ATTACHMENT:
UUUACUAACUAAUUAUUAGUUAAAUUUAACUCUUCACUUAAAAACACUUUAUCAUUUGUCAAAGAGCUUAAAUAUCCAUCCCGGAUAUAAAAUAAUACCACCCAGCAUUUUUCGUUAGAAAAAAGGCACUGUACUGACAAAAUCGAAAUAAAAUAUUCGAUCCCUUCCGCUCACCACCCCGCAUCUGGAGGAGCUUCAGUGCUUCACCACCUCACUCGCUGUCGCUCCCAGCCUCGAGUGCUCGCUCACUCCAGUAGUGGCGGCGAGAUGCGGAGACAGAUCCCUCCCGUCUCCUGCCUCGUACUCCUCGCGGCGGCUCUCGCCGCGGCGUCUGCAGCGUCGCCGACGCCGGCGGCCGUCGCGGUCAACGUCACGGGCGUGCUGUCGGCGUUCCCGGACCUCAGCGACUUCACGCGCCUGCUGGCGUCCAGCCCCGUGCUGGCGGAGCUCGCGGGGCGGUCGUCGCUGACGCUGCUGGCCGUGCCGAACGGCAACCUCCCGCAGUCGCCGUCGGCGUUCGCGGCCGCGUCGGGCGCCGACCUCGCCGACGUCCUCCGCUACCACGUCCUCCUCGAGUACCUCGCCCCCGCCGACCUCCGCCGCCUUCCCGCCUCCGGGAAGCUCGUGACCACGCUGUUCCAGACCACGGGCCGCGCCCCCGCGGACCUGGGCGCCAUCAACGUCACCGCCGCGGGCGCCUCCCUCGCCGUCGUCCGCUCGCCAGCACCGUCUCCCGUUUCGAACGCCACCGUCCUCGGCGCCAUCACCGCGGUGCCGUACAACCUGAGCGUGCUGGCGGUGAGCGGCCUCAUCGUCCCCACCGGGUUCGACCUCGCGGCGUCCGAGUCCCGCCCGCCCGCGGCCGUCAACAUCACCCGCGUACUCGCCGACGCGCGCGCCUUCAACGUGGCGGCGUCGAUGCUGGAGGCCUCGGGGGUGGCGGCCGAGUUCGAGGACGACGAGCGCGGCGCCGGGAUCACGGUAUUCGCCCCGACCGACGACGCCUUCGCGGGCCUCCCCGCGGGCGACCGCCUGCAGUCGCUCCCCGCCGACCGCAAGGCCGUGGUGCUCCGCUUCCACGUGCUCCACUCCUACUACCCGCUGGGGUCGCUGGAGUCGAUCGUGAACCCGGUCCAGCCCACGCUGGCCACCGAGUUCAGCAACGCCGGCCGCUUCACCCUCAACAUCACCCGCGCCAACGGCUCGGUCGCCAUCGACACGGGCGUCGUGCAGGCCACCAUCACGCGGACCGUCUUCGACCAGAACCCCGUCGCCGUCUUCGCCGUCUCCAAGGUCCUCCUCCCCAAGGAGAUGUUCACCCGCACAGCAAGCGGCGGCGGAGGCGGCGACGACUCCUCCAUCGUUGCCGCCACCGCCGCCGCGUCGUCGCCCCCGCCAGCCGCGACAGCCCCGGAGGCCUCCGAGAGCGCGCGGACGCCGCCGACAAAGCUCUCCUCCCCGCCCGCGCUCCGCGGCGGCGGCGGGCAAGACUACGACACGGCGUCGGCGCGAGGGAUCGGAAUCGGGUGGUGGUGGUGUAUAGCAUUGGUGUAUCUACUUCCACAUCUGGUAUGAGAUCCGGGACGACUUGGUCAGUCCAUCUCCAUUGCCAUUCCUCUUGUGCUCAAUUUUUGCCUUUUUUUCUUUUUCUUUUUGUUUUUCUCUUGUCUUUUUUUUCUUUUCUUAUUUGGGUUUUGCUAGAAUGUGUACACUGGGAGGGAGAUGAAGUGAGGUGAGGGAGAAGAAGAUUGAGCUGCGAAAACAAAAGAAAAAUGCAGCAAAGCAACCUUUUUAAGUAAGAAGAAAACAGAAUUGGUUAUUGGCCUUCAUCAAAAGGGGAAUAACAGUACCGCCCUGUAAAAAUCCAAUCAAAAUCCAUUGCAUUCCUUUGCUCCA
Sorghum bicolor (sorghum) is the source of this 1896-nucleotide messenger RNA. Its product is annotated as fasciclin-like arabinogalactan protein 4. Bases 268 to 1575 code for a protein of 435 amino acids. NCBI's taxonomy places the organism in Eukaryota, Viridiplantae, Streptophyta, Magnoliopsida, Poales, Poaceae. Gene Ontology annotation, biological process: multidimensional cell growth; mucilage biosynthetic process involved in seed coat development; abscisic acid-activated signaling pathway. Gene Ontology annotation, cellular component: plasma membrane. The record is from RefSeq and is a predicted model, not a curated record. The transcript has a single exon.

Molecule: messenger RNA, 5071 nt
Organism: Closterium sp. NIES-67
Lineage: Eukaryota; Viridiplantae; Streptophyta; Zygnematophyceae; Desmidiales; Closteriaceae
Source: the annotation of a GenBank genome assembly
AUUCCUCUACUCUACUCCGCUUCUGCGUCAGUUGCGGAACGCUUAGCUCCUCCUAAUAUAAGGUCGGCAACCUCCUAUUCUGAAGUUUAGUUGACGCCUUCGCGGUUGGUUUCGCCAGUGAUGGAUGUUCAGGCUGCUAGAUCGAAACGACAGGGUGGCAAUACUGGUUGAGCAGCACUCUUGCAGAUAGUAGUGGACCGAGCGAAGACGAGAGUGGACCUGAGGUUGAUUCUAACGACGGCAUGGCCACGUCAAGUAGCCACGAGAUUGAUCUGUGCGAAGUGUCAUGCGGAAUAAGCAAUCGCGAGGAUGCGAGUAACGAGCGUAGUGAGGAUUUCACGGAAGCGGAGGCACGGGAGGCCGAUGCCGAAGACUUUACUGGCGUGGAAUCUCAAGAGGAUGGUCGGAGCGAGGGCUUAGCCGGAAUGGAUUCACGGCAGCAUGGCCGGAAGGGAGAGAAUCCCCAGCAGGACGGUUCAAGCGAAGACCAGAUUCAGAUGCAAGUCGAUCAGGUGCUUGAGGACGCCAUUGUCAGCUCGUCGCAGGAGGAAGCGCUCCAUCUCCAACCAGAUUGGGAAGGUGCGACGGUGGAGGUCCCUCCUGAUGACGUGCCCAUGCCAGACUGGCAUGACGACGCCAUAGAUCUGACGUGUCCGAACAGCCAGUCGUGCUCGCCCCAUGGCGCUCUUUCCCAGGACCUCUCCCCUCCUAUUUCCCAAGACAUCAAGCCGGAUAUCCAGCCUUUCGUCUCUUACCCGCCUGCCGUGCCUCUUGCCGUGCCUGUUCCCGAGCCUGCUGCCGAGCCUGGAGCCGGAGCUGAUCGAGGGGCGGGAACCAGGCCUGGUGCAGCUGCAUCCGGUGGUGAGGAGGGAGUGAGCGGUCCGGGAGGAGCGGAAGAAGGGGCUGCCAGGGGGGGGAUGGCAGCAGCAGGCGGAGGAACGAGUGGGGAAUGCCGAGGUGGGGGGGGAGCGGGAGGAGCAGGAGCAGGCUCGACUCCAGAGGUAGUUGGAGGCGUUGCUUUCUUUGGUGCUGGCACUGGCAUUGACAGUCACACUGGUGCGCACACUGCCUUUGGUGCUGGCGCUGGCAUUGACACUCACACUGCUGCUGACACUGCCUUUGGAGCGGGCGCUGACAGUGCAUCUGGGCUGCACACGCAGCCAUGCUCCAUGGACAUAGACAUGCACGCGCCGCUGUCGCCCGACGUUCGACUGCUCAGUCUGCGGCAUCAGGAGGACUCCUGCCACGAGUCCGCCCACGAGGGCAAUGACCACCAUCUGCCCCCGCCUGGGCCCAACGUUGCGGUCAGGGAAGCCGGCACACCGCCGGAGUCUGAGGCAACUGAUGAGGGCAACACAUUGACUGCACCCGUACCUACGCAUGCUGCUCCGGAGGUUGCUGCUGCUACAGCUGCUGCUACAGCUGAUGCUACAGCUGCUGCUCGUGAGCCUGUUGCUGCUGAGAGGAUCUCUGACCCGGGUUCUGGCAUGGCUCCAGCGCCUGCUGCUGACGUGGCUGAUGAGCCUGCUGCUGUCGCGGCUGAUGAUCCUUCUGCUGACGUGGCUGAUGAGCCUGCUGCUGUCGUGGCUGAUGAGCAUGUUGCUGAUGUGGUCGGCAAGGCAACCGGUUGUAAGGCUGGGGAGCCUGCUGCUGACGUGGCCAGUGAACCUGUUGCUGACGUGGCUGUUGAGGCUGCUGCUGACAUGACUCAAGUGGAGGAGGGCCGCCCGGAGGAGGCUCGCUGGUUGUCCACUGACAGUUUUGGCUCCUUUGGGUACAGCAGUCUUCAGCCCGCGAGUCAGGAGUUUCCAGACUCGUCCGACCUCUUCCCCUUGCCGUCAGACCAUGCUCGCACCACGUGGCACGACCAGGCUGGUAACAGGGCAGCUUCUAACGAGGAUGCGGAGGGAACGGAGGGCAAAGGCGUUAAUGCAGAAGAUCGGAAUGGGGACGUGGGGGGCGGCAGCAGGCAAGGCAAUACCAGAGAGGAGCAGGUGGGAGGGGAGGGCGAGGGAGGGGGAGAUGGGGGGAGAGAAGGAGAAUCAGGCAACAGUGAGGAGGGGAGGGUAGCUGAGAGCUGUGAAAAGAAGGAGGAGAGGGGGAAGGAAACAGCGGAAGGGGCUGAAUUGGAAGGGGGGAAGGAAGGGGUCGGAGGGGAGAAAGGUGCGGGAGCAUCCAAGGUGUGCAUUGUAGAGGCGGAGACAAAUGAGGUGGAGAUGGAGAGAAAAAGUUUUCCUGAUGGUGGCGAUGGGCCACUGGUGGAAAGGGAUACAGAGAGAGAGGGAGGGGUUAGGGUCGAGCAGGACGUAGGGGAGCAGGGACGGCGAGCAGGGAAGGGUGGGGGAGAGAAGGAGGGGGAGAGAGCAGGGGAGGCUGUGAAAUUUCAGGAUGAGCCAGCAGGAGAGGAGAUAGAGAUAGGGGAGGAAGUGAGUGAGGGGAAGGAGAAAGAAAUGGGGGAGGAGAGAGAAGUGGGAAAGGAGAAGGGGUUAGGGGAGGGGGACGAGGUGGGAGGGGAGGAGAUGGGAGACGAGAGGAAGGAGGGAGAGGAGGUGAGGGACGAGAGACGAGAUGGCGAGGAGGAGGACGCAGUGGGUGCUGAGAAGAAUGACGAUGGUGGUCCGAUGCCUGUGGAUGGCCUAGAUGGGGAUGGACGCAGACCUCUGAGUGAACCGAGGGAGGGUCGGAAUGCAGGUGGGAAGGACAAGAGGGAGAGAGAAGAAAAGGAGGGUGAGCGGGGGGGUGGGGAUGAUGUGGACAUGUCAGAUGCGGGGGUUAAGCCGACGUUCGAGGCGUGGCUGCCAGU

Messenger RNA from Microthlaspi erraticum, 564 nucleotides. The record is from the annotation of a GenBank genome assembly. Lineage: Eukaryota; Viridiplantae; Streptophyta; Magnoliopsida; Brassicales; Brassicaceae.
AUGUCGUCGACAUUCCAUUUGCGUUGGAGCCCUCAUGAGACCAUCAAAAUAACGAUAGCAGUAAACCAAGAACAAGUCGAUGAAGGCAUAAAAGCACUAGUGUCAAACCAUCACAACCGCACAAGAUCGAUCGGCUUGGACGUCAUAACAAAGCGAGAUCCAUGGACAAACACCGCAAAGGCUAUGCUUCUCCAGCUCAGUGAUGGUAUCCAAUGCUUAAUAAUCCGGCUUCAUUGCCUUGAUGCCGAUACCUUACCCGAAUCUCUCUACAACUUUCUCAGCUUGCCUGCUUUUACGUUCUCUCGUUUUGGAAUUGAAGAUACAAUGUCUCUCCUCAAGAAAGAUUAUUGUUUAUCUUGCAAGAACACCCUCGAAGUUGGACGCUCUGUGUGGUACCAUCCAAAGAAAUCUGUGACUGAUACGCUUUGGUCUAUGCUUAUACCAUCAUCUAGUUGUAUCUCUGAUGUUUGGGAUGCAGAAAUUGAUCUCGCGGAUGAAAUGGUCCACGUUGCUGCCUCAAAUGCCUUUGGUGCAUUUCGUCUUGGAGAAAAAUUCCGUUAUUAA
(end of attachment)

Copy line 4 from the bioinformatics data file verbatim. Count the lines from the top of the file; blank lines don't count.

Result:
Organism: Closterium sp. NIES-67